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Recombinant DNA

Discusses how scientists are able to manipulate DNA in the lab to study genes.

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Extension - Recombinant DNA

Can we alter DNA?

You might think that DNA is stable and unchangeable. For the most part you are right. However, there are new technologies that allow us to alter the DNA of humans and other organisms.

Recombinant DNA

Recombinant DNA is the combination of DNA from two different sources. For example, it is possible to place a human gene into bacterial DNA. Recombinant DNA technology is useful in gene cloning and in identifying the function of a gene.

Recombinant DNA technology can also be used to produce useful proteins, such as insulin. To treat diabetes, many people need insulin. Previously, insulin had been taken from animals. Through recombinant DNA technology, bacteria were created that carry the human gene which codes for the production of insulin. These bacteria become tiny factories that produce this protein. Recombinant DNA technology helps create insulin so it can be used by humans.

Recombinant DNA technology is used in gene cloning. A clone is an exact copy. Genes are cloned for many reasons, including use in medicine and in agriculture.

Below are the steps used to copy, or clone, a gene:

  1. A gene or piece of DNA is put in a vector, or carrier molecule, producing a recombinant DNA molecule.
  2. The vector is placed into a host cell, such as a bacterium.
  3. The gene is copied (or cloned) inside of the bacterium. As the bacterial DNA is copied, so is the vector DNA. As the bacteria divide, the recombinant DNA molecules are divided between the new cells. Over a 12 to 24 hour period, millions of copies of the cloned DNA are made.
  4. The cloned DNA can produce a protein (like insulin) that can be used in medicine or in research.


Bacteria have small rings of DNA in the cytoplasm, called plasmids (Figure below). When putting foreign DNA into a bacterium, the plasmids are often used as a vector. Viruses can also be used as vectors.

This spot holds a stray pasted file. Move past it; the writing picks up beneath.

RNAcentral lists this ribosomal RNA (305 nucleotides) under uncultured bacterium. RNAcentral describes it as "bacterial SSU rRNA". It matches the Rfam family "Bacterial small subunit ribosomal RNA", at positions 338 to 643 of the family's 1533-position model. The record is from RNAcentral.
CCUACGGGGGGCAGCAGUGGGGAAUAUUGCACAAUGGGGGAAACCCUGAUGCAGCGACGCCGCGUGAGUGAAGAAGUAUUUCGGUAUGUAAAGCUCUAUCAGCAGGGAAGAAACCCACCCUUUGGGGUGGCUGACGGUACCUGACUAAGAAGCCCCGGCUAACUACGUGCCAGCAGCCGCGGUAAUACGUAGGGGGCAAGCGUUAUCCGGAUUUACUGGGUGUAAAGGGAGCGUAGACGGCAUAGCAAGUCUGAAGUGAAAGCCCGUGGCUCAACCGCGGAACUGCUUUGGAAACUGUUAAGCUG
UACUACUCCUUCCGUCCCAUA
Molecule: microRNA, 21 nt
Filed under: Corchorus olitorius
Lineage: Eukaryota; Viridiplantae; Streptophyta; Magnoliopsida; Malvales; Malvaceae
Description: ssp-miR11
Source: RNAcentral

This image shows a drawing of a plasmid. The plasmid has two large segments and one small segment depicted. The two large segments (green and blue) indicate antibiotic resistances usually used in a screening procedure. The antibiotic resistance segments ensure only bacteria with the plasmid will grow. The small segment (red) indicates an origin of replication. The origin of replication is where DNA replication starts, copying the plasmid.


  • clone: To make a copy.
  • origin of replication: Where DNA replication starts, copying the plasmid.
  • plasmid: Small ring of DNA in the cytoplasm of a bacterium.
  • recombinant DNA: Combination of DNA from two different sources.
  • vector: Carrier molecule for a segment of DNA.


  • Recombinant DNA is the combination of DNA from two different sources.
  • Gene cloning is making an exact copy of a gene.


Use the resource below to answer the questions that follow.

  1. What bacteria were used to create the first recombinant DNA?
  2. In the plasmid pSC101, what does the SC stand for? What gene did this plasmid carry?
  3. What does DNA ligase do? How is it used in recombinant DNA technology?
  4. What did Cohen and Boyer do to get a bacteria to take up the recombinant plasmid they had made? What does this suggest about how bacteria respond to changing environmental conditions?
  5. Since not all of the plasmids that Cohen and Boyer created carried both genes they were seeking to transfer, how did they isolate the bacteria that had plasmids with both genes?
  6. Did the technique from question 5 result in bacterial colonies containing only plasmids with both genes? Explain your answer fully.


  1. What is recombinant DNA technology?
  2. Explain the process of gene cloning.

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